'Palestinians' sabotaging water infrastructure separate from Israel'sOne of the most biting claims that the 'Palestinians' have made is that Israel 'steals' water from them. Because this is an esoteric area, those claims are difficult to answer. The European organization Missing Peace has now investigated those claims and discovered that the 'Palestinians' are not being denied water. In fact, they are not using all of the water that is allocated to them and are doing everything in their power to sabotage the creation of a 'Palestinian' water infrastructure that is separate from Israel's.
On June 15, 2011 The Jerusalem Post published an article about the Palestinian water crisis, written by the head of the Palestinian Water Authority, Dr. Shaddad Atilli.Read the whole thing.
Let’s examine some of the claims in Atilli’s article and compare them with the picture that emerges from the JWC and COGAT documents.
‘Israel delayed and vetoed Palestinian water projects,’ says Atilli.
First of all, article 40 (14) in the Oslo Accords clearly states that all JWC decisions about water projects in the West Bank need mutual agreement.
Once approved, JWC projects for the territories under Palestinian control (Areas A and B) do not need any further Israeli involvement.
Projects in Area C, where Israel is in control, need approval from the Israeli Civil Administration (ICA).
Since 2000 the PWA submitted 76 requests for permits to the office of the Civil Administration.
Subsequently 73 permits were issued by ICA and three denied because there was no master plan.
In a letter of June 8 2009, Shalev responded to Atilli’s complaint that ICA did not honor a PWA request to issue 12 of these permits. Shalev wrote that these permits had already been issued in 2001, and that ICA wondered why the PWA did not execute these projects.
Another 44 JWC-approved projects, the majority in Areas A and B, like the construction of a waste water treatment plant (WWTP) in Jenin that received approval in 2008 - have not been implemented. The German government even withdraw a plan to build a WWTP in Tulkarm when it concluded that the PWA could not handle the project.
‘Israel allocates only 10% of the shared water sources to the Palestinians’ claims Atilli.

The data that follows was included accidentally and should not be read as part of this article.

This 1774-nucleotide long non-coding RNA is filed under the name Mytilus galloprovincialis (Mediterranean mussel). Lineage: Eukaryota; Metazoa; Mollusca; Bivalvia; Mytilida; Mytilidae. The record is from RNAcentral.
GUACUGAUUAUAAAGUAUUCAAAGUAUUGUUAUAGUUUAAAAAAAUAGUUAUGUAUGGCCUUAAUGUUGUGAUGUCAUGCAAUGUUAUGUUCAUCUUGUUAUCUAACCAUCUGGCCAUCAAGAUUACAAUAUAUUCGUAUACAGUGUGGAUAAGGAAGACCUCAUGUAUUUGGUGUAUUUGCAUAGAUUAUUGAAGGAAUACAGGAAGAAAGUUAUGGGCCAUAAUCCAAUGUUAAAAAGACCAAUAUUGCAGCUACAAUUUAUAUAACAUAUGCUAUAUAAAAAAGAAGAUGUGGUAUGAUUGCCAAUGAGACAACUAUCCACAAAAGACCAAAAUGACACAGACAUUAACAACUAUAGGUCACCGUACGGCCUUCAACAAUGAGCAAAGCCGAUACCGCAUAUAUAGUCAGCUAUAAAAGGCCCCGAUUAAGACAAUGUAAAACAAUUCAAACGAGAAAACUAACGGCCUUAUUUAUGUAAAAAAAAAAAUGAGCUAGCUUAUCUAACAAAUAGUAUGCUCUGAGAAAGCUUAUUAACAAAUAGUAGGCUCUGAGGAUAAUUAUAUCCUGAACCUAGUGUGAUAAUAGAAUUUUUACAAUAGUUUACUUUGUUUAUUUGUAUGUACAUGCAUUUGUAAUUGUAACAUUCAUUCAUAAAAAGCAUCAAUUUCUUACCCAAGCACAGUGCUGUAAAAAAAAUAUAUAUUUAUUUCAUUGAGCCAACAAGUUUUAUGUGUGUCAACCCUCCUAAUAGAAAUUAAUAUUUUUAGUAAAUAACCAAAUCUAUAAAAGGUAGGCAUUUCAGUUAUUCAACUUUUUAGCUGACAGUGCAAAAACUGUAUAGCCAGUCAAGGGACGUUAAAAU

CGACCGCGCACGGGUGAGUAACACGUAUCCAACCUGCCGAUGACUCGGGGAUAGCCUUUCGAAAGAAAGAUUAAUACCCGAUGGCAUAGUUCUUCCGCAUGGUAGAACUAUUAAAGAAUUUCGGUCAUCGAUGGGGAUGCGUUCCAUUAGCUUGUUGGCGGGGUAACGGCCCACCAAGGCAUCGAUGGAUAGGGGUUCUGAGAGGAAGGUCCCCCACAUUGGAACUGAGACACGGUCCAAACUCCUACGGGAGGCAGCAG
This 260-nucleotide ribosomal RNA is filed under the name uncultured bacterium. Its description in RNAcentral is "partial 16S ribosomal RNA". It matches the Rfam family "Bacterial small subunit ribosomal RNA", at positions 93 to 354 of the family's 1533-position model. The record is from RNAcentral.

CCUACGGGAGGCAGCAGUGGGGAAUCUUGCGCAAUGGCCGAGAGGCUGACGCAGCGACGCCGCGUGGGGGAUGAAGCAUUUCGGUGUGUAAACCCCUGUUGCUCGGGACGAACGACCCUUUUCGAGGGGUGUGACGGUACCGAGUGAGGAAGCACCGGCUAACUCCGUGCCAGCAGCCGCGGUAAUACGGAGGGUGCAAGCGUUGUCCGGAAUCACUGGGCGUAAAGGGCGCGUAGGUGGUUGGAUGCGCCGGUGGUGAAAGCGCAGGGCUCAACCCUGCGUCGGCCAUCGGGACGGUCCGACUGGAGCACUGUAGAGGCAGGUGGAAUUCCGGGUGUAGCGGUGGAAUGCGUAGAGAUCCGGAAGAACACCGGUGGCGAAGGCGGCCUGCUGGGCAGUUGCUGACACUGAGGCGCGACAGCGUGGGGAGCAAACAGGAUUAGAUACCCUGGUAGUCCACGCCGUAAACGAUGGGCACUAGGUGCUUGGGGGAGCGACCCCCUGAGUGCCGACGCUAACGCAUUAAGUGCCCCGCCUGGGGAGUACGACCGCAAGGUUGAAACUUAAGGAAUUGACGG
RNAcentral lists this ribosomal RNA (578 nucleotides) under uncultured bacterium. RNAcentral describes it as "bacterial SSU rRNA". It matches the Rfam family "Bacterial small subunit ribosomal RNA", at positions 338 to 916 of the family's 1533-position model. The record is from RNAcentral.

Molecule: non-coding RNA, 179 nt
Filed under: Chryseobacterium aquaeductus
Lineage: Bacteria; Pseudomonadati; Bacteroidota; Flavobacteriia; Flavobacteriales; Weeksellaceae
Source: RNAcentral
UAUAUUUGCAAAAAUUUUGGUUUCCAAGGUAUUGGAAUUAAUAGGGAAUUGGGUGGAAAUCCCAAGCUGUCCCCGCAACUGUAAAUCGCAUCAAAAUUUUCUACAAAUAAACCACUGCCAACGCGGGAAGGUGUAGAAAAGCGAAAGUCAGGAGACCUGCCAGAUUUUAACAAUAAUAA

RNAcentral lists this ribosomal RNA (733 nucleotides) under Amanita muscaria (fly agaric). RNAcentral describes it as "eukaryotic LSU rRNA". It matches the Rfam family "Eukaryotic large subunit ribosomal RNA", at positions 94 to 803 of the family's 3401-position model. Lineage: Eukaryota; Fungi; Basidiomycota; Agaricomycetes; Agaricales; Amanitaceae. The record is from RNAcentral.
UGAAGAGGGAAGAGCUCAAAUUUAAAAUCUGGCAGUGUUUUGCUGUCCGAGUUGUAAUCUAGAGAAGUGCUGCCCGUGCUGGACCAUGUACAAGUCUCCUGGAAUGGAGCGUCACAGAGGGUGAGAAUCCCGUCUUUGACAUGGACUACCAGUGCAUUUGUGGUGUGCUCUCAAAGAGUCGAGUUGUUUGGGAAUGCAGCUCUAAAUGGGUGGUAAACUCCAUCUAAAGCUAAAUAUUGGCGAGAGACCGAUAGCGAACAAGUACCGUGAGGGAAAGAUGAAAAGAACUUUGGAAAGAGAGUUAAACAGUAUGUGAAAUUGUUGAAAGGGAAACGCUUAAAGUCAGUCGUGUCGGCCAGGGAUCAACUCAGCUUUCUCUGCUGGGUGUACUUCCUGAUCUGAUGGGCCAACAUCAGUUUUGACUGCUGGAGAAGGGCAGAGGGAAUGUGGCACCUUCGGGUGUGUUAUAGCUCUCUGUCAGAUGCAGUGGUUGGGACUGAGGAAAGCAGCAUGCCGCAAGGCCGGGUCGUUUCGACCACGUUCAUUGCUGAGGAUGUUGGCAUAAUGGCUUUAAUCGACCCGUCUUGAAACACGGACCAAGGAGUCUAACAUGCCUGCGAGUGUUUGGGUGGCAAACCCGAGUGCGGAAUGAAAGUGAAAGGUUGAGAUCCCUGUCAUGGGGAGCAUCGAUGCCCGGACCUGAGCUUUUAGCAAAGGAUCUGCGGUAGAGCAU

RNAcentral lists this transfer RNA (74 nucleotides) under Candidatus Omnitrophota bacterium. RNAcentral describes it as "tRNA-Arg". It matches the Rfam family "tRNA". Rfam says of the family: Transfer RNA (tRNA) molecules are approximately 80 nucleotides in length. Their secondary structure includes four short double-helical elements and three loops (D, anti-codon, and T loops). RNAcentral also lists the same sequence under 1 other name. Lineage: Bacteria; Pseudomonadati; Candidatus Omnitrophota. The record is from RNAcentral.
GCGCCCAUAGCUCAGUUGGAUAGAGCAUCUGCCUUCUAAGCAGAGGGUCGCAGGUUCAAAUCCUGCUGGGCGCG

The water quota for the West Bank were mutually agreed upon in the Oslo Accords. As a result, 33% of the water in the aquifers under the West Bank is allocated to the Palestinians.
In 1993 the Palestinians could pump up 117 million cubic meters and Israel would provide an additional 31 million. In 2007 200 million cubic meters were allocated to the PA, of which Israel provided 51.8 million.
However, of those 200 million cubic meters, only 180 million were actually used.
The main reason for this is that the PWA did not implement projects in the Eastern aquifer that would have solved much of the Palestinian water crisis. More than half of the wells approved for exploitation of the Eastern aquifer have still not been drilled. The permits were issued in 2000.
In a letter written on April 4, 2001, the civil administration urged the PWA to execute these projects. A letter from June 8 2009 repeated that request.
Atilli also lied about Palestinian water consumption. In the JPost article he claimed that Palestinians are ‘limited to an average of just 60 liters.’ However, in 2009 his own PWA published a report that mentioned an average supply of 110 liters per capita per day.
Like so many other areas, the 'Palestinians' never were interested in water projects. All that interested them is how many weapons they could get, how much money the leadership could put in its bank accounts, and how much money they could provide to the 'martyrs' and the terror enablers. When it comes to the nuts and bolts of running a state, the 'Palestinians' lose interest. Does anyone really believe this will change if the United Nations approves their unilateral declaration of 'statehood' next month?
Many years ago, I heard Natan Sharansky speak to a group of Ivy League alumni. Sharansky had served as Minister of Industry and Trade in the Rabin government that entered into the Oslo accords. He said that when he met with his 'Palestinian' counterpart, he had tried many different means of promoting joint economic projects that would build a 'Palestinian' economy. There was no interest. All they wanted was guns and money. And that's all they want today.
What could go wrong?